White Collar: “Vested Interest”
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White Collar: “Vested Interest”

There’s been a lot of tongue-in-cheek speculation about whether Sam (Treat Williams) will be revealed as Neal’s father. It’s even been observed that young Treat Williams bears more than a passing resemblance to handsomely coiffed Matthew Bomer. But only a minority of viewers seemed to believe the midseason finale would end with such a contrived, melodramatic twist. 

Alas, Neal and Sam had their Return of the Jedi moment, and it was corny. And with it, any tension that developed as Neal closed in on the possibility that Sam was in cahoots with the Flynn family instantly deflated. To boot, the lingering whereabouts and identity of Neal’s biological dad—a nice carrot to dangle for several more chapters—were abruptly demystified. It was a curious and safe choice, particularly in an otherwise bracing and substantive episode.  

Anyone who is just passing through or hasn’t dropped in before will find plenty to like about “Vested Interest.” As always, no other peer series takes better advantage of its local filming permits. From the glassed-in penthouse doubling as an FBI conference site to the Greenpoint, Brooklyn warehouse where Sam is being tortured, every scene is positively enhanced by the show’s keen scouting of obscure outer-borough waterfronts and historical Manhattan nabes alike. The standalone con—former military tactician infiltrates FBI conference to kidnap creator of new bulletproof vest as part of corporate espionage ring—gets resolved rather hurriedly, but wraps up in an exciting flurry of gunfire and narrow escapes. And the dialogue is at its punchy best, especially Peter’s little double entendre about how “Diana doesn’t like bulges” when the aforementioned vest auteur boasts of his product’s slimness. 

The one other thing “Interest” does incredibly well is remind us just why Peter is so tolerant of Neal’s recent bratty antics, despite their maddening contradictoriness. In a couple of key exchanges—and ultimately throughout the 44 minutes as a whole—there’s a roll call of references to the pair’s shared history, and Peter even concedes to having grown fond of his CI long before they ever worked together. As is stated with a fine point toward the episode’s end, their relationship has always been built on faith more so than trust. Neal finally realizes that Peter has always seen through to his best intentions, even while playing the role of federal-agent adversary, and the two finally jointly define their tricky dynamic.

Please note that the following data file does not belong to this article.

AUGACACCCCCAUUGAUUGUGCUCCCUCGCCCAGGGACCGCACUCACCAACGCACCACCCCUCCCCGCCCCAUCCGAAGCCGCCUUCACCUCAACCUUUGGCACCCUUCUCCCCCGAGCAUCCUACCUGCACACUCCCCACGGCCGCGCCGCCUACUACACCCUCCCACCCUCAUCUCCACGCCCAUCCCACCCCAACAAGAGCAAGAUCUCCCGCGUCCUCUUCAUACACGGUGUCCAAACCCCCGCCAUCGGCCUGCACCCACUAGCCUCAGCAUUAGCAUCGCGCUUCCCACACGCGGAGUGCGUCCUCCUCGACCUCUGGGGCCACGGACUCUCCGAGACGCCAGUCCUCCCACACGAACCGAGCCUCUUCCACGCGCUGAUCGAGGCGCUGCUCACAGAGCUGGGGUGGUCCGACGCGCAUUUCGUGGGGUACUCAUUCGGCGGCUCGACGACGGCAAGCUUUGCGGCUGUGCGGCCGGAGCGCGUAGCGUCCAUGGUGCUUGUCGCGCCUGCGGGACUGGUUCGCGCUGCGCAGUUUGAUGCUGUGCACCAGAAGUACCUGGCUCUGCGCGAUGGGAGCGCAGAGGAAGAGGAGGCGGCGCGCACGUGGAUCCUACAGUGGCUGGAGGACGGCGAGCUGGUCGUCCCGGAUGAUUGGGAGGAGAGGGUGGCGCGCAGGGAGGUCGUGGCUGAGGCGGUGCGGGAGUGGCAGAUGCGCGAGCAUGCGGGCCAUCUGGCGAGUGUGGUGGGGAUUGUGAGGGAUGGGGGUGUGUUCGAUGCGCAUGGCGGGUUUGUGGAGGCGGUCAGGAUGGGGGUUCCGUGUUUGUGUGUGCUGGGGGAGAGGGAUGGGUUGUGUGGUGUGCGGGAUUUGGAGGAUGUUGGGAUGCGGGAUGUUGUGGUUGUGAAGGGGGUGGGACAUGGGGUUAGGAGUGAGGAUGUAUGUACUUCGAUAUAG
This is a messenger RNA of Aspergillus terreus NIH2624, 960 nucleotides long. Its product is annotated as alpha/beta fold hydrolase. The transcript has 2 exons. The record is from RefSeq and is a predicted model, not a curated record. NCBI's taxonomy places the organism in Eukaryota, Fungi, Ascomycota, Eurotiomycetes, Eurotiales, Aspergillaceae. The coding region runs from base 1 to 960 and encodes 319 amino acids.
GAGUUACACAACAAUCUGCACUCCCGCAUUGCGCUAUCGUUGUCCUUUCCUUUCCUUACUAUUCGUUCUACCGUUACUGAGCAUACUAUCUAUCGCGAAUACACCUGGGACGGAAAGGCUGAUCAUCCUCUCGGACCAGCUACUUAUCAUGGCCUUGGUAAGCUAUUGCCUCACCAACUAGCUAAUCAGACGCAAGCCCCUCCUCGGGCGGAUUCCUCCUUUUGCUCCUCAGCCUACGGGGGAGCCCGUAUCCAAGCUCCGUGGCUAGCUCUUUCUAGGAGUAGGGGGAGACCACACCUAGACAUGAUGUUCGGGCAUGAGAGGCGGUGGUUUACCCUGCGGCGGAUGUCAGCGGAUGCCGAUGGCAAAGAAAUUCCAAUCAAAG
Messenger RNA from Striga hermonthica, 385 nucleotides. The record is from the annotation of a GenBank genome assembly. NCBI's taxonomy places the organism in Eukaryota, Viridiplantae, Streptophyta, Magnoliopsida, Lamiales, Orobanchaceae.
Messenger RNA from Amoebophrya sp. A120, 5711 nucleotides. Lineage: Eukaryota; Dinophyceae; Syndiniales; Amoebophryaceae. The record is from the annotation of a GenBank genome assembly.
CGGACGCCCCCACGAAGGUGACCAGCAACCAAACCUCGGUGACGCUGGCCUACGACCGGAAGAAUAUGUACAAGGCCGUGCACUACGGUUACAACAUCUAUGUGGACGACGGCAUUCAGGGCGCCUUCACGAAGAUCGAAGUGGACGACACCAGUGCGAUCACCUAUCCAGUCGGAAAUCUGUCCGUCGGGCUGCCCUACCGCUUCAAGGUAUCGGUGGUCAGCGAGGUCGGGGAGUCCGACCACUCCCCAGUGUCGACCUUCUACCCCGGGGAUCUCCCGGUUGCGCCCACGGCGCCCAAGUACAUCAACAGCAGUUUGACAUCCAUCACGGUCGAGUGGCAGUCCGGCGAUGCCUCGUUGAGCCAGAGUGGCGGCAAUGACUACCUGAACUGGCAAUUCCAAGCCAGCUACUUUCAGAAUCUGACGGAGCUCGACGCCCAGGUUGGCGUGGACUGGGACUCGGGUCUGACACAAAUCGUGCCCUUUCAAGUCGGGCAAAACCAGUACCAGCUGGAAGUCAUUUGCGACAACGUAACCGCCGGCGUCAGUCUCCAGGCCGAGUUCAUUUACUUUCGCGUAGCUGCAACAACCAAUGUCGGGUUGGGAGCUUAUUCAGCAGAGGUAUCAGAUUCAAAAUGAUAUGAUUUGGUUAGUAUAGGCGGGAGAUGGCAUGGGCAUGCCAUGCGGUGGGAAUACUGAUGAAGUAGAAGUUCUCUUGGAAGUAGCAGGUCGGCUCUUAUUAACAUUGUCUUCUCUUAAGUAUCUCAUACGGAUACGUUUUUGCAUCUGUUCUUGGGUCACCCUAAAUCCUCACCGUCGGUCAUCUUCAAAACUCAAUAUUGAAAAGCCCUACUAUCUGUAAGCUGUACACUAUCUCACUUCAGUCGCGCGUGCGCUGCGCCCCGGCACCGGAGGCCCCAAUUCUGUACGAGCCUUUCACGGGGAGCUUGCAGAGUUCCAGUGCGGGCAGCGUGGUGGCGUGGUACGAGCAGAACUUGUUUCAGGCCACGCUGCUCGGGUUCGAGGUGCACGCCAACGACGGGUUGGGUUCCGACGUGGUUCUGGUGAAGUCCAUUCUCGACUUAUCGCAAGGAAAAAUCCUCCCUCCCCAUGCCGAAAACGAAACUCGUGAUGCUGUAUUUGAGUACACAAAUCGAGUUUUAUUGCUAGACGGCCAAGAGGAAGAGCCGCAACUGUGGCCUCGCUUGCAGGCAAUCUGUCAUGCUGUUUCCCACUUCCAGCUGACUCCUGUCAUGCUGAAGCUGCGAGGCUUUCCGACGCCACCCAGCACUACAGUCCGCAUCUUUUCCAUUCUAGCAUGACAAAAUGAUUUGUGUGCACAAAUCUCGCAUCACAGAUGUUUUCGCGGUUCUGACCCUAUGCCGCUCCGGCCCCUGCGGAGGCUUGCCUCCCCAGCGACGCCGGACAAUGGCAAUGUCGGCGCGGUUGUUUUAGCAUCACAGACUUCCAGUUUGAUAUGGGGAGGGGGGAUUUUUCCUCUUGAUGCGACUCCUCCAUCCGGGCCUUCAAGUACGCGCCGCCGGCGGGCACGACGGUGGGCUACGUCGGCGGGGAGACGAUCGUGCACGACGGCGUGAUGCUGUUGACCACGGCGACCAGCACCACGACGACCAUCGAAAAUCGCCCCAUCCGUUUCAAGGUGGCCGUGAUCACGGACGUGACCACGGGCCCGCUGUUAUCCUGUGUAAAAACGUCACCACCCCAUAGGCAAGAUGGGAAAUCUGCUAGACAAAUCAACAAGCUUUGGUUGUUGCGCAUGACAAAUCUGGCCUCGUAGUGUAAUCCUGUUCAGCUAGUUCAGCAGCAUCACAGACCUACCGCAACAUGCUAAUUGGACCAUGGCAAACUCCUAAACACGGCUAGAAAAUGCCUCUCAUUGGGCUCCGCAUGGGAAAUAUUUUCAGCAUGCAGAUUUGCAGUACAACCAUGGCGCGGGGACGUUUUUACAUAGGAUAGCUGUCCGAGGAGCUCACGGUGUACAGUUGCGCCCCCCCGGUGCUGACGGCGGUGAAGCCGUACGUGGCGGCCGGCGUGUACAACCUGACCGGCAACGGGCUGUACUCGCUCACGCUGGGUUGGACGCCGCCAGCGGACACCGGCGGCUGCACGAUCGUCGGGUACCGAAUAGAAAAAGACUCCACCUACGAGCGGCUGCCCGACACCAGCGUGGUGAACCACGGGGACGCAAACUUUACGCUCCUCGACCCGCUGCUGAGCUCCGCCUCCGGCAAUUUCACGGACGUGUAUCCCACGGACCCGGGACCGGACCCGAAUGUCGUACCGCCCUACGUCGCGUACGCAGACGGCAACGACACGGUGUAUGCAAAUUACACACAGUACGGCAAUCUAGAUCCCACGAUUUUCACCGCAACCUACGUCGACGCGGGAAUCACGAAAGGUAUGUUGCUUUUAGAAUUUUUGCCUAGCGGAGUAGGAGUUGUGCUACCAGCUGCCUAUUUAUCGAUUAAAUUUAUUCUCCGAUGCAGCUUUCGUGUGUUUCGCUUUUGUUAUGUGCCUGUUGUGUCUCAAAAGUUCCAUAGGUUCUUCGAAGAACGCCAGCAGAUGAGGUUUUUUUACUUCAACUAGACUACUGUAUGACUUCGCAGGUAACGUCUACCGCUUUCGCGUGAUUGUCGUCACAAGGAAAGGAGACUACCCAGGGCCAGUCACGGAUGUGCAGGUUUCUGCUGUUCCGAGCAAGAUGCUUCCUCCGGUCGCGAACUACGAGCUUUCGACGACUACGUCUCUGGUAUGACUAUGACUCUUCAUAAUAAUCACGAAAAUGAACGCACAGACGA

All of this led to that climactic moment. Peter retrieved the DNA result that Neal swiped from Sam’s bloody laceration. Over his shoulder, Neal kept one eye on Sam while Peter disclosed who that man reading the paper on his balcony really was. Sam appeared deceptively cool and composed, perhaps coiled and ready to strike. Neal got off the phone looking angry and determined. Something had to give. And then, the Jedi moment. 

It’s hard to imagine any scenario in which “Sam” has further shenanigans up his sleeve and somehow isn’t actually Neal’s long-estranged big papa. There’s also no doubt it will be satisfying to finally get his backstory from the horse’s mouth. And the prospect of watching father, son, and Peter color within, and just outside of, legal boundaries while clearing up this whole police corruption mess teems with suspenseful possibility and provides ample opportunity for Neal and Peter to keep testing each other’s trust. As for the viewer, this anti-cliffhanger may have been unpredictably predictable, but as is always the case with White Collar—one of the few dramas currently airing that makes the case for good being good—you gotta have faith.

Stray observations:

  • Ah, the Avery case. Good times strolling down memory lane.
  • Mozzie will not go down without a one-liner: “Great, I brought a corkscrew to a gunfight.”
  • And here I was so looking forward to witnessing Elizabeth’s bowling prowess.
  • So, is Mozzie lactose intolerant?
  • Hey, even Sam’s getting in on the banter, reacting incredulously to Mozzie’s assertion that he relates to his pet rodent “in many ways.”
  • C’mon, Peter never actually says, “Surveillance authorizations—must be Thursday.”
  • Does Mozzie’s thumbprint collection make him like a G-rated Dexter?
  • Boy, sure took Neal a few pauses to figure out that Sam might not really be Sam.
  • I enjoyed the shootout making you roll your eyes and think, “Yeah right,” until he actually gets hit. Not to mention totally plausible that he’s wearing the vest. Suspension of disbelief listed. Although for the record, it does not feel like “a gentle hug, no.”

 

 

Filed Under: TV, White Collar

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